The Russo-Japanese War

Part 2: The Conflict

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Part 1: Initial Developments

Japan’s victory over China in the First Sino-Japanese War was an elevation of one country in world stature and prestige over another. The same was true of the Russo-Japanese War. In both cases, Japan emerged the stronger.

After American Commodore Matthew Perry convinced Japan to open its borders and trade with the result of the world, Japan embarked on a strategy of industrialization and modernization that stretched across the spectrum of the country, especially in its military might, which Japan demonstrated vividly in its demolition of a larger Chinese force in 1894 and 1895.

One of the provisions of the treaty that ended that war was the cession of the Liaodong Peninsula, with its strategic Port Arthur, from China to Japan. Soon after, however, international pressure from France, Germany, and Russia convinced Japan to hand back the Liaodong Peninsula.

Russia had a vested interest in seeing the Liaodong Peninsula return to Chinese control, not just because it was within China’s traditional borders. Russia soon had a naval base at Port Arthur, on that peninsula, satisfying a desire long held by Russia’s leaders of having a warm-water port on the Pacific Ocean that was not subject to winter freezes, as was Russia’s one existing Pacific port, at Vladivostok, in the north. In fact, Russia had, in 1900, occupied the Chinese area of Manchuria, as a result of the international fighting that resulted from the Boxer Rebellion. Thus, Russia was in control of an important port and an important chunk of land that had both been in China’s possession during the war between China and Japan.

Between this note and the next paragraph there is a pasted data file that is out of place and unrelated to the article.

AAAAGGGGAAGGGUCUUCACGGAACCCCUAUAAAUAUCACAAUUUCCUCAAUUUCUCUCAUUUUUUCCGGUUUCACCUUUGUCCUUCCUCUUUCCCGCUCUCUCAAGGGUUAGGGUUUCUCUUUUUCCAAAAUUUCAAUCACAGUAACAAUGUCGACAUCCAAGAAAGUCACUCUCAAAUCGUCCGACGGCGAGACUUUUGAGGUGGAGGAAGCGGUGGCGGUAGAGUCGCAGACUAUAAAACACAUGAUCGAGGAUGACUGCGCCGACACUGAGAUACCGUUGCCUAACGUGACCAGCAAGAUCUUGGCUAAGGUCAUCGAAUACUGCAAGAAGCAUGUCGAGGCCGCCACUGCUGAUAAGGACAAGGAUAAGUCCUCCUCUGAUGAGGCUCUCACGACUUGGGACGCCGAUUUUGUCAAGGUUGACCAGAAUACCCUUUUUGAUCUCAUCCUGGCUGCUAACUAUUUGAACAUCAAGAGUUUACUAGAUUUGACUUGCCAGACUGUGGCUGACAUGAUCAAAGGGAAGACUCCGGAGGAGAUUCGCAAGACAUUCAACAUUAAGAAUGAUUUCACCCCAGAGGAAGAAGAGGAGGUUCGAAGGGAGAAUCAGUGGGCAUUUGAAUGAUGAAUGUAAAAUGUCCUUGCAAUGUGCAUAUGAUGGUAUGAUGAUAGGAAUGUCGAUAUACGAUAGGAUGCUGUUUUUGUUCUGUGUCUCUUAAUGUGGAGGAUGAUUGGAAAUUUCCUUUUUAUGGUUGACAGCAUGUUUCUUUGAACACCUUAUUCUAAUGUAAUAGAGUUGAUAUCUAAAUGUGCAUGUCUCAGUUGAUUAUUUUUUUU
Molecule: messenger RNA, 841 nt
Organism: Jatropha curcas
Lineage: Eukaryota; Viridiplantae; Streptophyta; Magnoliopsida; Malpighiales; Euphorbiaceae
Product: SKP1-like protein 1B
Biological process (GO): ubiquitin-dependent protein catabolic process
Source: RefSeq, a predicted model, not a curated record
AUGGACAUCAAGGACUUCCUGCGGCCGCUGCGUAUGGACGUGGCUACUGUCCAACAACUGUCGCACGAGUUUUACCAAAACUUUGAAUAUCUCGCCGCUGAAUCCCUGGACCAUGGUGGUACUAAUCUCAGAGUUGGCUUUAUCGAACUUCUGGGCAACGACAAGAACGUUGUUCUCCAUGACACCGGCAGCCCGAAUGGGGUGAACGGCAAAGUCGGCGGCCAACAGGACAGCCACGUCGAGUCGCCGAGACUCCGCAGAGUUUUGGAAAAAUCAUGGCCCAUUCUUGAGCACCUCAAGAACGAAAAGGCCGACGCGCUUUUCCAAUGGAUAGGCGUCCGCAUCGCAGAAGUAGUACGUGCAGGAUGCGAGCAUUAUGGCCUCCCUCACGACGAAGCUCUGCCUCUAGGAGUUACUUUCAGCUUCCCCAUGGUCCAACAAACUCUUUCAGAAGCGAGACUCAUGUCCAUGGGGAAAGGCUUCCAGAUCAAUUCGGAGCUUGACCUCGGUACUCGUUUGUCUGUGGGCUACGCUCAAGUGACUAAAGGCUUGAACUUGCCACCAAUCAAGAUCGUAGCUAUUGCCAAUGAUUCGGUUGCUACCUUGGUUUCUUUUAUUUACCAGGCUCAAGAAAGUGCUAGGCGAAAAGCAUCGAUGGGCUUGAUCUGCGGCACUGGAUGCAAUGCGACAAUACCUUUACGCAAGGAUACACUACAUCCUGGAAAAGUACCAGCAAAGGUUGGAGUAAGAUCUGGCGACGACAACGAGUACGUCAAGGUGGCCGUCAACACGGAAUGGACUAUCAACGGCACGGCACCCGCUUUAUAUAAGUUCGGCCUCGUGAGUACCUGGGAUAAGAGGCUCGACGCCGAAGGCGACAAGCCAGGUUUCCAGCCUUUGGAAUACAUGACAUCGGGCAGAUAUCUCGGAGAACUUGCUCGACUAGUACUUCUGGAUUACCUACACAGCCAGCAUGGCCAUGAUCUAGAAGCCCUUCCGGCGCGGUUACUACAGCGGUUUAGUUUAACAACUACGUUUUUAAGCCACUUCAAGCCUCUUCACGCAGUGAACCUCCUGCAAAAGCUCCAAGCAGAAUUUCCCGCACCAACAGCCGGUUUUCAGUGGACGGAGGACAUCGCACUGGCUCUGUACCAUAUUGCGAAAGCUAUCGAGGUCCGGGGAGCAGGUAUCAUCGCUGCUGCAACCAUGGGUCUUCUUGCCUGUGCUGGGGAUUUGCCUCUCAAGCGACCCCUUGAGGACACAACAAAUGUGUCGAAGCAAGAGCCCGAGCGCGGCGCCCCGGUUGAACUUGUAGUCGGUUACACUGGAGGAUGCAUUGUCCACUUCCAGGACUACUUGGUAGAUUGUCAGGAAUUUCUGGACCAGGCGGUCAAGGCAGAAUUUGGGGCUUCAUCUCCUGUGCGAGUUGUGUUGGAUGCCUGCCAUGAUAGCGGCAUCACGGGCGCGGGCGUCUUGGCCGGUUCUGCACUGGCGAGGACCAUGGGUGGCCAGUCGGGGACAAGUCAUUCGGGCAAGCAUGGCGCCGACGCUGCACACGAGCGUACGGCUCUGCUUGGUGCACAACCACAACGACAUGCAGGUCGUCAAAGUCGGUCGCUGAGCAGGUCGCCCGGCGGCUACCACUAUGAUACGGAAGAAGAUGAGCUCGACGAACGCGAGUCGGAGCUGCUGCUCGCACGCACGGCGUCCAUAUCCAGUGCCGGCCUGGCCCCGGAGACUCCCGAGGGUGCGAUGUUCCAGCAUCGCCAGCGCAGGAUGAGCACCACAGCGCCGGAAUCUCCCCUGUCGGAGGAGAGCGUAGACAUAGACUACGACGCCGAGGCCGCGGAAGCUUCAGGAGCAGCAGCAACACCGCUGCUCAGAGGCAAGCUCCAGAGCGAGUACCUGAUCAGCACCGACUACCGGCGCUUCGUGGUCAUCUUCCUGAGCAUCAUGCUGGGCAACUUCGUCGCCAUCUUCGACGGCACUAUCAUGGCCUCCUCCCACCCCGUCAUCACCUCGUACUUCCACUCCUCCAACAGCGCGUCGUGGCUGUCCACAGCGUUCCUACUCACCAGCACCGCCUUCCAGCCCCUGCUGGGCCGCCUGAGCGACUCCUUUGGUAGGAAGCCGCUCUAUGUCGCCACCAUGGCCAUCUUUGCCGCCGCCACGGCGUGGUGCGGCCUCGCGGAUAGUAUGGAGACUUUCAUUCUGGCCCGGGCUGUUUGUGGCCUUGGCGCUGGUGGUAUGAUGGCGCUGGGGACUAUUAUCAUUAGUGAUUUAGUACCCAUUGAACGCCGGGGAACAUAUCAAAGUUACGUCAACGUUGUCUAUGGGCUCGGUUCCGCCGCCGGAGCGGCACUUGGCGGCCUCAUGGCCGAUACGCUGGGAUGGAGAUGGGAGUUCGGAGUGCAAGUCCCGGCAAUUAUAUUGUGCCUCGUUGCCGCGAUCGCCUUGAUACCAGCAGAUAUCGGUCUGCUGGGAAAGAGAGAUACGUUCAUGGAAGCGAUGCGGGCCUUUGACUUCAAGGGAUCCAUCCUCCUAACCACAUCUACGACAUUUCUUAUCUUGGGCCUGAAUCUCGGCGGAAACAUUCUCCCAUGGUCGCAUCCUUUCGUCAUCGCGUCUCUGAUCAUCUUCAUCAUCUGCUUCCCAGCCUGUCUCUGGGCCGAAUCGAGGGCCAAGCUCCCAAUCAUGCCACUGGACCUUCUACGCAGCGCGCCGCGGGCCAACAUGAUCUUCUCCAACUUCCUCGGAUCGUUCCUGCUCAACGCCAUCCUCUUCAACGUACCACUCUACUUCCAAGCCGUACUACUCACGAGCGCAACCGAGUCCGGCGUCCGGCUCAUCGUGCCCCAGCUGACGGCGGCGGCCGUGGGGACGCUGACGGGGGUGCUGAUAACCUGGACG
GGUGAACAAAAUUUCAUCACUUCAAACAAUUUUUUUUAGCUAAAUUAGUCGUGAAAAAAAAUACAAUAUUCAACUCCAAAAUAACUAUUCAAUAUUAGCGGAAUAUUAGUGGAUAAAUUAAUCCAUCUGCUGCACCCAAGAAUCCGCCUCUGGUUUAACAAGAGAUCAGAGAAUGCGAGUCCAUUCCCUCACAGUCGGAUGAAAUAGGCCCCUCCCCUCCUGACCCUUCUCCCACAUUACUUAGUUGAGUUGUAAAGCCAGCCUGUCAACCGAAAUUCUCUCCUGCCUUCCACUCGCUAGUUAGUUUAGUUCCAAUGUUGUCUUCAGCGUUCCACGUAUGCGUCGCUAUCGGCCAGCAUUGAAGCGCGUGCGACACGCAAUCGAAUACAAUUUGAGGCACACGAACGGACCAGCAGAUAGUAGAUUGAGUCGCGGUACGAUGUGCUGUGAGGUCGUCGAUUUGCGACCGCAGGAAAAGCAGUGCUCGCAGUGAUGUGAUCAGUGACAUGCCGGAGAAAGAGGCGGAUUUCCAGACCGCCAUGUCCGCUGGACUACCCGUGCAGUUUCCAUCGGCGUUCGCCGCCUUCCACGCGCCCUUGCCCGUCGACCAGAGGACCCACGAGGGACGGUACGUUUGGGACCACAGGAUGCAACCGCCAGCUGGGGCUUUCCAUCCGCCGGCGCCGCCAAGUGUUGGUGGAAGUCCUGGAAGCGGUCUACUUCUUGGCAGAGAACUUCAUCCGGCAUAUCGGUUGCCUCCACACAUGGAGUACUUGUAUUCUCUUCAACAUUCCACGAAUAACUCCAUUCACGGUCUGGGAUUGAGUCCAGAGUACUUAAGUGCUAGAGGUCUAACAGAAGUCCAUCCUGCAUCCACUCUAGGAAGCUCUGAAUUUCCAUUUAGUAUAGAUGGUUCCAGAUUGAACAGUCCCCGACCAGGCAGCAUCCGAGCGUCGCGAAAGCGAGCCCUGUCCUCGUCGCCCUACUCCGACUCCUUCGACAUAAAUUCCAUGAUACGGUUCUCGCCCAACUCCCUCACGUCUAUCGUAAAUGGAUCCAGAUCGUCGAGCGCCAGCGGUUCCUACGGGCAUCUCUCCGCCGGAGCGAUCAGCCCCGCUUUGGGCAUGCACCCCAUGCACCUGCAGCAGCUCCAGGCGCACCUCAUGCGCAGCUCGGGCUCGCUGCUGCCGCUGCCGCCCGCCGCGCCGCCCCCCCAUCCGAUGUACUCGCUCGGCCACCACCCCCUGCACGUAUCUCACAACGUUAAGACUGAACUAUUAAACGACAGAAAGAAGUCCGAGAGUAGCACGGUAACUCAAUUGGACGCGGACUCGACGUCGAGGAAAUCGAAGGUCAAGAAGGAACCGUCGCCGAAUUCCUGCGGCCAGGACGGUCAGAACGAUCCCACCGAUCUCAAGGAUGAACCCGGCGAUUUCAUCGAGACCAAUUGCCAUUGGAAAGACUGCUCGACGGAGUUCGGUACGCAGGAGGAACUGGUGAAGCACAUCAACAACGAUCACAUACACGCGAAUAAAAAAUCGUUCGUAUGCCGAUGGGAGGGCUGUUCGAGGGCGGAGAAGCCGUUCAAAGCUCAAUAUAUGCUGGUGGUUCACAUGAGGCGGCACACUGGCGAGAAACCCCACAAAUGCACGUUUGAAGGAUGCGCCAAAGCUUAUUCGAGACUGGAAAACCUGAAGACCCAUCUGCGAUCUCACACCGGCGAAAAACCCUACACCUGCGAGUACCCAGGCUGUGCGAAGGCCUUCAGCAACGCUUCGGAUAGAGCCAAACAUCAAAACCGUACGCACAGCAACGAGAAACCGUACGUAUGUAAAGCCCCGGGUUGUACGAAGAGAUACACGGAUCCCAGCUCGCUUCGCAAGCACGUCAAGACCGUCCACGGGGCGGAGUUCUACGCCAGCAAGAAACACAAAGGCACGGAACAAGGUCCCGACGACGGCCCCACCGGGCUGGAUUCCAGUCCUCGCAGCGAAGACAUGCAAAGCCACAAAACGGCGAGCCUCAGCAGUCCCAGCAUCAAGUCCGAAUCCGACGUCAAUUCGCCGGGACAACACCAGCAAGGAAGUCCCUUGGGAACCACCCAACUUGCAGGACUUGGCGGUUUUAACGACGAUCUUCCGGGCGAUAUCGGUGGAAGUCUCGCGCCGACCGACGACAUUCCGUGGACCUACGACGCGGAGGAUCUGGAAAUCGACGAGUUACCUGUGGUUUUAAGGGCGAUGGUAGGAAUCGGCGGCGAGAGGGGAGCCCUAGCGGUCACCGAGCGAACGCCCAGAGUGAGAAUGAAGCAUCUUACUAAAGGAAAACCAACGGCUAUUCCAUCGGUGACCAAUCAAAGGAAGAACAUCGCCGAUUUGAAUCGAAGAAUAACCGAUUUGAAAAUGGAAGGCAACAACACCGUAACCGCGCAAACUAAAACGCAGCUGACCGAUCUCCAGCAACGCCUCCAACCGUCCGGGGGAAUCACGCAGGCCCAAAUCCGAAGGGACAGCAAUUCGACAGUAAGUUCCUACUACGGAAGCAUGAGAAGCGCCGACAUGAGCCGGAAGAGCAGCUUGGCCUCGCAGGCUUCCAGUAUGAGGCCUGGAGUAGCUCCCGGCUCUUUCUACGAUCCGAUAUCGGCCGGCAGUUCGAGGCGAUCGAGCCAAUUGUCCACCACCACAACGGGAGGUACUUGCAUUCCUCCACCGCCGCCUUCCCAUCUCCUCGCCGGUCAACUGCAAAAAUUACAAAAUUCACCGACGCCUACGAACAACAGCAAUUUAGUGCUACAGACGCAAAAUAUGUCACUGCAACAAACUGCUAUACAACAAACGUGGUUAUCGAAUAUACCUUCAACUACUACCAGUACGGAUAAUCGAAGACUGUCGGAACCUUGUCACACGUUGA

Port Arthur was on the Liaodong Peninsula, which stretched out into the water surrounding northeast China, particularly Manchuria. Russian control of this port gave Russia command (or at least knowledge) of the shipping that sailed through on its way to Beijing, China’s capital city.

Russia had recently completed the Trans-Siberian Railroad, linking west to east. Having rail transport as an option would give the military more flexibility in terms of shipping troops from west to east more quickly if need be. Russia was also constructing a railway through Manchuria and a strategic area called Mukden to Port Arthur. This was to be the South Manchurian Railroad. Russia had already sent nearly 200,000 soldiers to Manchuria during the Boxer Rebellion; after that rebellion was quelled, about half of those troops remained.

As the 20th Century dawned, Japan and Russia came increasingly into competition in terms of influence and territory. Japan offered to recognize Russia’s claim to Port Arthur, which was technically still Chinese territory, in exchange for Russia’s recognizing that Japan had nominal control over Korea. Russia refused and instead requested a buffer zone between the two countries, north of the 39th parallel, which would have effectively removed Japanese control of the large city of Pyongyang. Korea was still an independent country at this point, but it was still surrounded by large an ambitious neighbors who were unwilling to ignore the Korean Peninsula as a battleground, even though Korea wasn’t one of the combatants.

Part 2: The Conflict

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David White